WWI persepc

WWI In Perspective: How The Great War Compares To Modern Warfare

by Jens-Olaf Walter courtesy of Flickr 

August 2014 marks the 100th anniversary of WWI. Though we are a century removed from The Great War, we decided to take a look back and see just how much warfare, and its impact, has metamorphosed.

The Casualties

One of the major discrepancies between WWI and the ongoing war in Afghanistan is in the department of U.S. casualties. A major factor is, of course, the scale and breadth of WWI as well as advancements in remote warfare. But major strides in medical technology may also play a key role in this glaring difference.

Of the 4.3 million U.S. troops mobilized in WWI 323,018 of them were killed, giving WWI a 7.1 percent casualty rate.

On the other hand, the total casualty rate for Iraq and Afghanistan was just .3 percent (6800 of 2.2 million)

If wounded in action during WWI, one’s chances of dying were exponentially higher as seen in the relationship between the wounded and casualty totals during WWI. Only 2500 of the 204,000 soldiers injured in WWI survived being wounded in action; that’s just over 1 percent.

The Cost

Though the casualty rate in WWI is a gruesome statistic that (fortunately) the wars in Iraq and Afghanistan will never top, our modern wars are still astoundingly costly—albeit in a significantly less violent manner.

Total U.S.Cost of WWI: 334 billion dollars (adjusted for inflation)

Cost of U.S. wars in Iraq and Afghanistan in 2010: 2.25 trillion dollars (Iraq, Afghanistan, and all post 9/11 war combined) — however, some estimates project the taxpayer cost to be from 4-6 trillion.

However, the Congressional Research Service study from which these figures are derived does not include veterans benefits, interest on war-related debt, or assistance to allies. Additionally, for post 9/11 operations the report does not include the cost of reconstruction assistance, diplomatic security, or any other cost accrued by any other agency outside of the DOD.

The impacts of such costs differences are also up for debate when taking into account GDP discrepancies. Despite the overall spending on both wars drastically favoring the contemporary, the current U.S. GDP is significantly higher than during the WWI era.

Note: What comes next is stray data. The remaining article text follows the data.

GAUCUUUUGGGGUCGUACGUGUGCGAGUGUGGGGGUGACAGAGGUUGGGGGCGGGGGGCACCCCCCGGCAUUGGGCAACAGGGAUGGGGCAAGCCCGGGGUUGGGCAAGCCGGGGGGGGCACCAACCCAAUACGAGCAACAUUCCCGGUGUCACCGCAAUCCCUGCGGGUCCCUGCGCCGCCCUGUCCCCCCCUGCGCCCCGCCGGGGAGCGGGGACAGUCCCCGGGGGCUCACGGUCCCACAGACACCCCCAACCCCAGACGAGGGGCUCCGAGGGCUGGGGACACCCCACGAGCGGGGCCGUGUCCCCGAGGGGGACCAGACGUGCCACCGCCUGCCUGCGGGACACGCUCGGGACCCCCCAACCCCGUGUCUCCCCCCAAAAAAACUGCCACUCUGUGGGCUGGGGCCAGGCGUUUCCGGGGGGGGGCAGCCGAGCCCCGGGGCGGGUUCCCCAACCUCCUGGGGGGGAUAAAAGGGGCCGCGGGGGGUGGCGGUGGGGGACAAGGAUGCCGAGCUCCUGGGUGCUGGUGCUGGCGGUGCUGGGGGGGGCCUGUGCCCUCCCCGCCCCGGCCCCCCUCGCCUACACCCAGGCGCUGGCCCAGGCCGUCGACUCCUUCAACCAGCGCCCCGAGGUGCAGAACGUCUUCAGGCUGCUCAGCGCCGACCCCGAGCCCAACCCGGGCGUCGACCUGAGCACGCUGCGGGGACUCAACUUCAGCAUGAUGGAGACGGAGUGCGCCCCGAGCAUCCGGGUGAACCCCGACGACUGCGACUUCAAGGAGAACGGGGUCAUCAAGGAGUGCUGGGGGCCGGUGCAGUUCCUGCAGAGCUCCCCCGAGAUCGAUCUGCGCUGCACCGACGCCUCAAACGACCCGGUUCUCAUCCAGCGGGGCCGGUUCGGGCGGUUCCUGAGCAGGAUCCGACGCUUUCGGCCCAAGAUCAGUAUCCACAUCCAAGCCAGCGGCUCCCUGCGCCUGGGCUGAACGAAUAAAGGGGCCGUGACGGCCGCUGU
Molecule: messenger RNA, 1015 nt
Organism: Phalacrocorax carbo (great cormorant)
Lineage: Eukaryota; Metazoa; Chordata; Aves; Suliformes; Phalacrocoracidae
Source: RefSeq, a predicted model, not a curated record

[contextly_auto_sidebar id=”afV00AiMWxzRWvCGGue82iwXYjZavIwW”]The Aftermath

As previously highlighted in the casualty section, the overwhelming majority of those injured in WWI died as a direct result of their injuries sustained during the war. In today’s warfare, however, many of those that would have surely died a century ago are now alive. This has resulted in a monumental influx of veterans and has spawned a myriad of post-war complications for the VA, and more importantly the veterans themselves.

The DOD lists 52,010 soldiers wounded in action during Iraq and Afghanistan wars, but according to Cost of War, 970,000 Veteran disability claims have been registered with the VA of of March 3, 2014.

A major unintended consequence in drastically reducing the number of casualties has been the necessity to treat the effects of war from a mental perspective—especially in terms of PTSD. According to Veterans Health Administration data collected in Dec 2013 over 20 percent of veterans are affected by PTSD. This has consequently flooded the VA with claims which has contributed to the historically catastrophic VA backlog.

In comparison, since the medical awareness surrounding PTSD barely existed, those troops who survived WWI were labeled as “shell shocked” and often received poor medical treatment as a result. Joanna Bourke, author of “An Intimate History of Killing,” estimates that by 1917, just a year before the wars end, there were already 80,000 cases of “shell shock” in the british army.

 

We measure success by the understanding we deliver. If you could express it as a percentage, how much fresh understanding did we provide?

 

 

James Pero